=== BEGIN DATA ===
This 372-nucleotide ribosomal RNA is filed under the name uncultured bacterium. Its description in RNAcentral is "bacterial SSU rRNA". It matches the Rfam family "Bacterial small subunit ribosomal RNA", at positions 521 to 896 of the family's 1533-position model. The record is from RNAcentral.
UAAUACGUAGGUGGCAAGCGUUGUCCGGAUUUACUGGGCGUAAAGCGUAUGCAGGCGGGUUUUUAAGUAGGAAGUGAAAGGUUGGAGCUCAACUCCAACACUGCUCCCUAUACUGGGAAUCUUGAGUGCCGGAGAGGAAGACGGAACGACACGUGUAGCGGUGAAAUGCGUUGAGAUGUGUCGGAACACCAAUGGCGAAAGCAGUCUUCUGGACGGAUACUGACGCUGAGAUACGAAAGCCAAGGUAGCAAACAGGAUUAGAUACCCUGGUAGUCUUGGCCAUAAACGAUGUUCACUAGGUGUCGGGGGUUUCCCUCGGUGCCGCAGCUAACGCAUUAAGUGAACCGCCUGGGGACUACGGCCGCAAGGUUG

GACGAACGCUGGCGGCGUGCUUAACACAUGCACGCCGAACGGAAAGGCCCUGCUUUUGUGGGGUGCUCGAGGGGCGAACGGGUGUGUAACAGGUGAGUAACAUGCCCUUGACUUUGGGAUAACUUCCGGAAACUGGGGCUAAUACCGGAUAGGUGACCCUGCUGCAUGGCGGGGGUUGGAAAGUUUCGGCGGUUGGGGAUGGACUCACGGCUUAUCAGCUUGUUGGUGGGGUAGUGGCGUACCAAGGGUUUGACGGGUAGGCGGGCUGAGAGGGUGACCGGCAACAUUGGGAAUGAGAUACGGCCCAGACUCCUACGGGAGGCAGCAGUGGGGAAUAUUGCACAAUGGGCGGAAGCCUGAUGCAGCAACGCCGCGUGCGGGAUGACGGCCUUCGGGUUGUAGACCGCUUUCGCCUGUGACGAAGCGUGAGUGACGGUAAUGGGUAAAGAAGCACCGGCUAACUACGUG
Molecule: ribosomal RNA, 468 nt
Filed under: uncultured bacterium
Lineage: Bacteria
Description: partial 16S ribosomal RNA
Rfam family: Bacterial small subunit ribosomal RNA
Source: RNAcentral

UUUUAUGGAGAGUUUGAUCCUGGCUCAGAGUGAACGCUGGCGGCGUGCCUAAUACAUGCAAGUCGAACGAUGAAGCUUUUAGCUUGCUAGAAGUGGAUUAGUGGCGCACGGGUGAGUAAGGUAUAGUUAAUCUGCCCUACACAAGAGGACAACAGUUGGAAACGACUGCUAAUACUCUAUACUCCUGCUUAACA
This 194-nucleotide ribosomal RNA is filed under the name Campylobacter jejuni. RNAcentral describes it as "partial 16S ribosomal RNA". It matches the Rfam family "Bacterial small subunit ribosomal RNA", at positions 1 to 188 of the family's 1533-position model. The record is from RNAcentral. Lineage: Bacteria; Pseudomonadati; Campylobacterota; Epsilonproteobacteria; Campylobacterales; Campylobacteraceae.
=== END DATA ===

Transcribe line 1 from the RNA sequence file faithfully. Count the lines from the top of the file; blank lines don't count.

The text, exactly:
This 372-nucleotide ribosomal RNA is filed under the name uncultured bacterium. Its description in RNAcentral is "bacterial SSU rRNA". It matches the Rfam family "Bacterial small subunit ribosomal RNA", at positions 521 to 896 of the family's 1533-position model. The record is from RNAcentral.